Lab 9 Potentiometric Determination of an Equilibrium Constant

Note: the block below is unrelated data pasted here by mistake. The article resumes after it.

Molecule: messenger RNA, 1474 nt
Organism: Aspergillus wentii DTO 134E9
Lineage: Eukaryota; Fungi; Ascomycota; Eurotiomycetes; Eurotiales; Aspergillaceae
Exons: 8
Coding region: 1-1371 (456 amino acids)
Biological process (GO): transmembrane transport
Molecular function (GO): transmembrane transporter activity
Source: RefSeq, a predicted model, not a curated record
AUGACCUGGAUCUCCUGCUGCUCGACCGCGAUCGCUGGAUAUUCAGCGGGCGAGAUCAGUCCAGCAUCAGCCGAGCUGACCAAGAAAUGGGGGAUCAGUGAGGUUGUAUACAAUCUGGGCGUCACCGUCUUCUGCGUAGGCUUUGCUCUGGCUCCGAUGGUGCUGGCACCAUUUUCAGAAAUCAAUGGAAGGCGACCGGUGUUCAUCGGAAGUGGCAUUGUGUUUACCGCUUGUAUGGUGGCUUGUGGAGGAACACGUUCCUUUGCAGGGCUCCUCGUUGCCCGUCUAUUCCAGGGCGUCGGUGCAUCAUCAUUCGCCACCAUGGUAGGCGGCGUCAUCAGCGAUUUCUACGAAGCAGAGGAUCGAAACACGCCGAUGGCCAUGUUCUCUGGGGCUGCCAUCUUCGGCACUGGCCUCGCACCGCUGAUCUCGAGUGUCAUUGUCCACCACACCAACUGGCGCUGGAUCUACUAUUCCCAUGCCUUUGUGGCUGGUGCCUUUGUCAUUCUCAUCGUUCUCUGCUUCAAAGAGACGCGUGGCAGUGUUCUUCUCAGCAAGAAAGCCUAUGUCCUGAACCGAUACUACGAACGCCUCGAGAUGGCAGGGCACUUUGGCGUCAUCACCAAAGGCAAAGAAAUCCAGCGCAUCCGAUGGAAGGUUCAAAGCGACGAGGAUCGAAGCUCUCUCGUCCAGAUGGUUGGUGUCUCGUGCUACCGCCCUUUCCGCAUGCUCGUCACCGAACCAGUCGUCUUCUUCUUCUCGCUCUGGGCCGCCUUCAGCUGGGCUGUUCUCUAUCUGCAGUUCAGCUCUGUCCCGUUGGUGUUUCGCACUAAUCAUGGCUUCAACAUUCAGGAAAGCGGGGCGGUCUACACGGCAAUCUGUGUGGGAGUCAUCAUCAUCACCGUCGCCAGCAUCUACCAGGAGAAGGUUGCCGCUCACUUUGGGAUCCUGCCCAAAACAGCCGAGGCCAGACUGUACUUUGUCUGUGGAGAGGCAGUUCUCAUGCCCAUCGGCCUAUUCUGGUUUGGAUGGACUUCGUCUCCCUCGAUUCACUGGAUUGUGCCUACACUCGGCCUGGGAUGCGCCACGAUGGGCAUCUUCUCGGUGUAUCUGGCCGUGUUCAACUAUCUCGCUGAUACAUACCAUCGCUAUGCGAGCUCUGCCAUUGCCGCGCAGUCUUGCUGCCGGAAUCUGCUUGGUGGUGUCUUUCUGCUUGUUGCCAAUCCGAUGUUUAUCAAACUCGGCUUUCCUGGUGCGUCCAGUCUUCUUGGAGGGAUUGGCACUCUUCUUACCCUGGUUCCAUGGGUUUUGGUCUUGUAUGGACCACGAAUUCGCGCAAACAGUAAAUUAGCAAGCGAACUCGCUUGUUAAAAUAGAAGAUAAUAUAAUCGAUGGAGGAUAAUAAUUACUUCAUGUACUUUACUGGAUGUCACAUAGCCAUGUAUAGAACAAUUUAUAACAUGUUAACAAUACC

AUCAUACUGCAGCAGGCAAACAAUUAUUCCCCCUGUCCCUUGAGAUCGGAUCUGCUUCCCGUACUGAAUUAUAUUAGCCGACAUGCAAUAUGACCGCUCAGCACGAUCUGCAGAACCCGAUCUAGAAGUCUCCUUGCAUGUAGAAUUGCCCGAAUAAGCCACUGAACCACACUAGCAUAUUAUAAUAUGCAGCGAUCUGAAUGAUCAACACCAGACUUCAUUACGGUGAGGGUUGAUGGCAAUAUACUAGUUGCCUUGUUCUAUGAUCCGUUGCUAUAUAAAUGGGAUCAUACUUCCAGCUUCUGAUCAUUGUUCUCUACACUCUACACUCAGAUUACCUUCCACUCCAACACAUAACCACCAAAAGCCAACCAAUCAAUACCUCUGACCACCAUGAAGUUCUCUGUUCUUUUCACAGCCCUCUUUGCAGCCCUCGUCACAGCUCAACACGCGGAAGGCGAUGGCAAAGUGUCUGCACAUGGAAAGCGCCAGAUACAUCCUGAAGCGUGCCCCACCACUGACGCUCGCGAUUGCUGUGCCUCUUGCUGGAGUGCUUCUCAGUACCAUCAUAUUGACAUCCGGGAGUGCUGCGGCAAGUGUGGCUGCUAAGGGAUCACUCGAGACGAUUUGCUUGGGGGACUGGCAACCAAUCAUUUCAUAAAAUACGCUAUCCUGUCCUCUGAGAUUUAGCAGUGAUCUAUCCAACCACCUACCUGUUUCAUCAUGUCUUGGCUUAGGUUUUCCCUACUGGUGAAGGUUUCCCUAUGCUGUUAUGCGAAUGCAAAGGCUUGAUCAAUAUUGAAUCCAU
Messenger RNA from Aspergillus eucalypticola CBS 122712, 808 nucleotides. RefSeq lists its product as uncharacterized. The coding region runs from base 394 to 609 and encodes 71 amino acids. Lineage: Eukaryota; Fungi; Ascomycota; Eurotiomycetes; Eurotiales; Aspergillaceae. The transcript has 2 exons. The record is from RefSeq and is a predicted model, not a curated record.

Lab 9 Potentiometric Determination of an Equilibrium Constant